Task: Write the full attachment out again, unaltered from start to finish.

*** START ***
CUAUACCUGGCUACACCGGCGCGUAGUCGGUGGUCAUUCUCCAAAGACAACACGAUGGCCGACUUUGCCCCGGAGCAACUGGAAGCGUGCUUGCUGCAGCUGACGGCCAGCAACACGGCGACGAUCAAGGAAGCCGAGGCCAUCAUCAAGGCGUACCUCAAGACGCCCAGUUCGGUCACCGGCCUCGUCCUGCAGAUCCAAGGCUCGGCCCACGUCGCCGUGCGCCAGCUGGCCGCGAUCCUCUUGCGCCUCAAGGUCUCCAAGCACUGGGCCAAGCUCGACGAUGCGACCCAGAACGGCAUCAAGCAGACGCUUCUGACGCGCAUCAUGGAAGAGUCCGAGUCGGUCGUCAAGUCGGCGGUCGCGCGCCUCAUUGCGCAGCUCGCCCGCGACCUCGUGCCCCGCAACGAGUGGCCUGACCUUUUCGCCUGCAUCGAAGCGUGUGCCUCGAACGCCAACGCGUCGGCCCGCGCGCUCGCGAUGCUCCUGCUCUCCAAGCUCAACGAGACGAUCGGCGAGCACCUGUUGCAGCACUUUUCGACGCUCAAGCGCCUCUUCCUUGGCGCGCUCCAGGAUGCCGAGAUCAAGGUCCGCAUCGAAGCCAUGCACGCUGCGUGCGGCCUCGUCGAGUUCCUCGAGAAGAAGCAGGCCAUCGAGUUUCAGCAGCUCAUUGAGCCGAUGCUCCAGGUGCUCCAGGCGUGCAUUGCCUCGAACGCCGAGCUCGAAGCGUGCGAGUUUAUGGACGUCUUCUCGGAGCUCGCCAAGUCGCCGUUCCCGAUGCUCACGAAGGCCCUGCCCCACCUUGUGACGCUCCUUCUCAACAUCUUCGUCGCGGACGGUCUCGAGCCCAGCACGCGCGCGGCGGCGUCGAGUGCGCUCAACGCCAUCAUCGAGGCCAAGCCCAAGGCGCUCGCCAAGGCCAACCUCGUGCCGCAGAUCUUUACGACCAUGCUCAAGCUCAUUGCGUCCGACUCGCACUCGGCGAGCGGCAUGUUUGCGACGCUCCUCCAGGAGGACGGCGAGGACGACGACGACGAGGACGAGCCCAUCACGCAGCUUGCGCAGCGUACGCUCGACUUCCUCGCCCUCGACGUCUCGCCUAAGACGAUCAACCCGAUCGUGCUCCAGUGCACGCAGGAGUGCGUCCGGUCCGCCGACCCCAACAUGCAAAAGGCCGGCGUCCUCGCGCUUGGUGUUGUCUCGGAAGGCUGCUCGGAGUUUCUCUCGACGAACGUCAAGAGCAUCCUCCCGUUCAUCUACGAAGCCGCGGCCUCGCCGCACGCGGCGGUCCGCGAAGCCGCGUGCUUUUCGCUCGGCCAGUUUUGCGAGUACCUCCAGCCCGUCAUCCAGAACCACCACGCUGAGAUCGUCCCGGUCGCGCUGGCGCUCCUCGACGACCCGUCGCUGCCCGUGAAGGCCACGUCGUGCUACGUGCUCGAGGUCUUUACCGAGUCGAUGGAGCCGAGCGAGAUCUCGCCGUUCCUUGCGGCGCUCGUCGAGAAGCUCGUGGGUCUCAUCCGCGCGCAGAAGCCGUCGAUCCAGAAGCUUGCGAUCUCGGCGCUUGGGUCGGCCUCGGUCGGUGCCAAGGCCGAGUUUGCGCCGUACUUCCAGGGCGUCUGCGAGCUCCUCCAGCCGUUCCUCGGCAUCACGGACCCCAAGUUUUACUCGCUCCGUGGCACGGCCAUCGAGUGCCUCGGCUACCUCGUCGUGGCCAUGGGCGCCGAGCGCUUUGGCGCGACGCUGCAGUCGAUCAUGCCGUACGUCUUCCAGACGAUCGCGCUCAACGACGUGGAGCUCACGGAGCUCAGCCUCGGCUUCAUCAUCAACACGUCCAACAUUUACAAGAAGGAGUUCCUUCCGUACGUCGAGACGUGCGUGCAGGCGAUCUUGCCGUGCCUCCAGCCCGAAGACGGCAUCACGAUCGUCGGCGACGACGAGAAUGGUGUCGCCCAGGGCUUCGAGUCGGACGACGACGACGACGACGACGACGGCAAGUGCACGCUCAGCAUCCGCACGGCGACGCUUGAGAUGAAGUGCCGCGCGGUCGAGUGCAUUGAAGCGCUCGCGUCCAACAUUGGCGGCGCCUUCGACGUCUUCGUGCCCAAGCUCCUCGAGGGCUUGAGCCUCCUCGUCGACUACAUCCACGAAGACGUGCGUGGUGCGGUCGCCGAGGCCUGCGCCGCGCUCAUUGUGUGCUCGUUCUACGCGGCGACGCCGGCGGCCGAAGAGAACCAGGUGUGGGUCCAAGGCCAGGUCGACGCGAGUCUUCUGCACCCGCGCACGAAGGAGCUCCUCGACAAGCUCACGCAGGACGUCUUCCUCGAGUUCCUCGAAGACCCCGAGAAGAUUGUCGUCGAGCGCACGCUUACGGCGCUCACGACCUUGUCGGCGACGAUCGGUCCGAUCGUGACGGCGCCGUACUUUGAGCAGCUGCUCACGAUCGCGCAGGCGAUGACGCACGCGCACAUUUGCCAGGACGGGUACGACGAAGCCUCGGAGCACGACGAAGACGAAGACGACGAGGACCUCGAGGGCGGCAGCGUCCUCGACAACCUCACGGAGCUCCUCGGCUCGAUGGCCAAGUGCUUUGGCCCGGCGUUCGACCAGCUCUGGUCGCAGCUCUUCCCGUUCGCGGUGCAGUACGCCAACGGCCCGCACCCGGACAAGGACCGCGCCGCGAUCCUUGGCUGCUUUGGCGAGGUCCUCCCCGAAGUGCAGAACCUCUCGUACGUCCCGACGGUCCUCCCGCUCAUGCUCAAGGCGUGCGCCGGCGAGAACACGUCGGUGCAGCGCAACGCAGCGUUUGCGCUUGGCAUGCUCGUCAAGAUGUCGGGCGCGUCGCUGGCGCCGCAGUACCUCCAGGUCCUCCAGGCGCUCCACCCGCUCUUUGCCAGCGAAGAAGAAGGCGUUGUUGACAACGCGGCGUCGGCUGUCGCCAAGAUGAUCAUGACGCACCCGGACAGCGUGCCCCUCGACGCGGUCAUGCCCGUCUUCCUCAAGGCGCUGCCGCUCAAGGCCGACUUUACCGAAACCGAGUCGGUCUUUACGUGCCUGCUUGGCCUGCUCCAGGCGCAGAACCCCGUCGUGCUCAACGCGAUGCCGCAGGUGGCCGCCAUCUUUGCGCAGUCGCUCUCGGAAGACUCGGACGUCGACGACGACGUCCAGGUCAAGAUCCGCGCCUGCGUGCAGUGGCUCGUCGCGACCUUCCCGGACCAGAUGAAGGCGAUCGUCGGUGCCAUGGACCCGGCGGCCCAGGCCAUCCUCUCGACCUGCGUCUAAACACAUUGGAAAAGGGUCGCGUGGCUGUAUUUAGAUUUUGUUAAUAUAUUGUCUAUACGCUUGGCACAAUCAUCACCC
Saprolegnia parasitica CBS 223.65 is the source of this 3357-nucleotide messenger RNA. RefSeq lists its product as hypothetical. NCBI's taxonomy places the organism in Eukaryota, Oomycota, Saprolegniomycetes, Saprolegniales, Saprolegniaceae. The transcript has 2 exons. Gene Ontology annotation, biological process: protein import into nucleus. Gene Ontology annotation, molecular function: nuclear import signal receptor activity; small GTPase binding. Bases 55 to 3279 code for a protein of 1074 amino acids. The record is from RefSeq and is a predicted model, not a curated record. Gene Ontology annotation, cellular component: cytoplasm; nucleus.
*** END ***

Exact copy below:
CUAUACCUGGCUACACCGGCGCGUAGUCGGUGGUCAUUCUCCAAAGACAACACGAUGGCCGACUUUGCCCCGGAGCAACUGGAAGCGUGCUUGCUGCAGCUGACGGCCAGCAACACGGCGACGAUCAAGGAAGCCGAGGCCAUCAUCAAGGCGUACCUCAAGACGCCCAGUUCGGUCACCGGCCUCGUCCUGCAGAUCCAAGGCUCGGCCCACGUCGCCGUGCGCCAGCUGGCCGCGAUCCUCUUGCGCCUCAAGGUCUCCAAGCACUGGGCCAAGCUCGACGAUGCGACCCAGAACGGCAUCAAGCAGACGCUUCUGACGCGCAUCAUGGAAGAGUCCGAGUCGGUCGUCAAGUCGGCGGUCGCGCGCCUCAUUGCGCAGCUCGCCCGCGACCUCGUGCCCCGCAACGAGUGGCCUGACCUUUUCGCCUGCAUCGAAGCGUGUGCCUCGAACGCCAACGCGUCGGCCCGCGCGCUCGCGAUGCUCCUGCUCUCCAAGCUCAACGAGACGAUCGGCGAGCACCUGUUGCAGCACUUUUCGACGCUCAAGCGCCUCUUCCUUGGCGCGCUCCAGGAUGCCGAGAUCAAGGUCCGCAUCGAAGCCAUGCACGCUGCGUGCGGCCUCGUCGAGUUCCUCGAGAAGAAGCAGGCCAUCGAGUUUCAGCAGCUCAUUGAGCCGAUGCUCCAGGUGCUCCAGGCGUGCAUUGCCUCGAACGCCGAGCUCGAAGCGUGCGAGUUUAUGGACGUCUUCUCGGAGCUCGCCAAGUCGCCGUUCCCGAUGCUCACGAAGGCCCUGCCCCACCUUGUGACGCUCCUUCUCAACAUCUUCGUCGCGGACGGUCUCGAGCCCAGCACGCGCGCGGCGGCGUCGAGUGCGCUCAACGCCAUCAUCGAGGCCAAGCCCAAGGCGCUCGCCAAGGCCAACCUCGUGCCGCAGAUCUUUACGACCAUGCUCAAGCUCAUUGCGUCCGACUCGCACUCGGCGAGCGGCAUGUUUGCGACGCUCCUCCAGGAGGACGGCGAGGACGACGACGACGAGGACGAGCCCAUCACGCAGCUUGCGCAGCGUACGCUCGACUUCCUCGCCCUCGACGUCUCGCCUAAGACGAUCAACCCGAUCGUGCUCCAGUGCACGCAGGAGUGCGUCCGGUCCGCCGACCCCAACAUGCAAAAGGCCGGCGUCCUCGCGCUUGGUGUUGUCUCGGAAGGCUGCUCGGAGUUUCUCUCGACGAACGUCAAGAGCAUCCUCCCGUUCAUCUACGAAGCCGCGGCCUCGCCGCACGCGGCGGUCCGCGAAGCCGCGUGCUUUUCGCUCGGCCAGUUUUGCGAGUACCUCCAGCCCGUCAUCCAGAACCACCACGCUGAGAUCGUCCCGGUCGCGCUGGCGCUCCUCGACGACCCGUCGCUGCCCGUGAAGGCCACGUCGUGCUACGUGCUCGAGGUCUUUACCGAGUCGAUGGAGCCGAGCGAGAUCUCGCCGUUCCUUGCGGCGCUCGUCGAGAAGCUCGUGGGUCUCAUCCGCGCGCAGAAGCCGUCGAUCCAGAAGCUUGCGAUCUCGGCGCUUGGGUCGGCCUCGGUCGGUGCCAAGGCCGAGUUUGCGCCGUACUUCCAGGGCGUCUGCGAGCUCCUCCAGCCGUUCCUCGGCAUCACGGACCCCAAGUUUUACUCGCUCCGUGGCACGGCCAUCGAGUGCCUCGGCUACCUCGUCGUGGCCAUGGGCGCCGAGCGCUUUGGCGCGACGCUGCAGUCGAUCAUGCCGUACGUCUUCCAGACGAUCGCGCUCAACGACGUGGAGCUCACGGAGCUCAGCCUCGGCUUCAUCAUCAACACGUCCAACAUUUACAAGAAGGAGUUCCUUCCGUACGUCGAGACGUGCGUGCAGGCGAUCUUGCCGUGCCUCCAGCCCGAAGACGGCAUCACGAUCGUCGGCGACGACGAGAAUGGUGUCGCCCAGGGCUUCGAGUCGGACGACGACGACGACGACGACGACGGCAAGUGCACGCUCAGCAUCCGCACGGCGACGCUUGAGAUGAAGUGCCGCGCGGUCGAGUGCAUUGAAGCGCUCGCGUCCAACAUUGGCGGCGCCUUCGACGUCUUCGUGCCCAAGCUCCUCGAGGGCUUGAGCCUCCUCGUCGACUACAUCCACGAAGACGUGCGUGGUGCGGUCGCCGAGGCCUGCGCCGCGCUCAUUGUGUGCUCGUUCUACGCGGCGACGCCGGCGGCCGAAGAGAACCAGGUGUGGGUCCAAGGCCAGGUCGACGCGAGUCUUCUGCACCCGCGCACGAAGGAGCUCCUCGACAAGCUCACGCAGGACGUCUUCCUCGAGUUCCUCGAAGACCCCGAGAAGAUUGUCGUCGAGCGCACGCUUACGGCGCUCACGACCUUGUCGGCGACGAUCGGUCCGAUCGUGACGGCGCCGUACUUUGAGCAGCUGCUCACGAUCGCGCAGGCGAUGACGCACGCGCACAUUUGCCAGGACGGGUACGACGAAGCCUCGGAGCACGACGAAGACGAAGACGACGAGGACCUCGAGGGCGGCAGCGUCCUCGACAACCUCACGGAGCUCCUCGGCUCGAUGGCCAAGUGCUUUGGCCCGGCGUUCGACCAGCUCUGGUCGCAGCUCUUCCCGUUCGCGGUGCAGUACGCCAACGGCCCGCACCCGGACAAGGACCGCGCCGCGAUCCUUGGCUGCUUUGGCGAGGUCCUCCCCGAAGUGCAGAACCUCUCGUACGUCCCGACGGUCCUCCCGCUCAUGCUCAAGGCGUGCGCCGGCGAGAACACGUCGGUGCAGCGCAACGCAGCGUUUGCGCUUGGCAUGCUCGUCAAGAUGUCGGGCGCGUCGCUGGCGCCGCAGUACCUCCAGGUCCUCCAGGCGCUCCACCCGCUCUUUGCCAGCGAAGAAGAAGGCGUUGUUGACAACGCGGCGUCGGCUGUCGCCAAGAUGAUCAUGACGCACCCGGACAGCGUGCCCCUCGACGCGGUCAUGCCCGUCUUCCUCAAGGCGCUGCCGCUCAAGGCCGACUUUACCGAAACCGAGUCGGUCUUUACGUGCCUGCUUGGCCUGCUCCAGGCGCAGAACCCCGUCGUGCUCAACGCGAUGCCGCAGGUGGCCGCCAUCUUUGCGCAGUCGCUCUCGGAAGACUCGGACGUCGACGACGACGUCCAGGUCAAGAUCCGCGCCUGCGUGCAGUGGCUCGUCGCGACCUUCCCGGACCAGAUGAAGGCGAUCGUCGGUGCCAUGGACCCGGCGGCCCAGGCCAUCCUCUCGACCUGCGUCUAAACACAUUGGAAAAGGGUCGCGUGGCUGUAUUUAGAUUUUGUUAAUAUAUUGUCUAUACGCUUGGCACAAUCAUCACCC
Saprolegnia parasitica CBS 223.65 is the source of this 3357-nucleotide messenger RNA. RefSeq lists its product as hypothetical. NCBI's taxonomy places the organism in Eukaryota, Oomycota, Saprolegniomycetes, Saprolegniales, Saprolegniaceae. The transcript has 2 exons. Gene Ontology annotation, biological process: protein import into nucleus. Gene Ontology annotation, molecular function: nuclear import signal receptor activity; small GTPase binding. Bases 55 to 3279 code for a protein of 1074 amino acids. The record is from RefSeq and is a predicted model, not a curated record. Gene Ontology annotation, cellular component: cytoplasm; nucleus.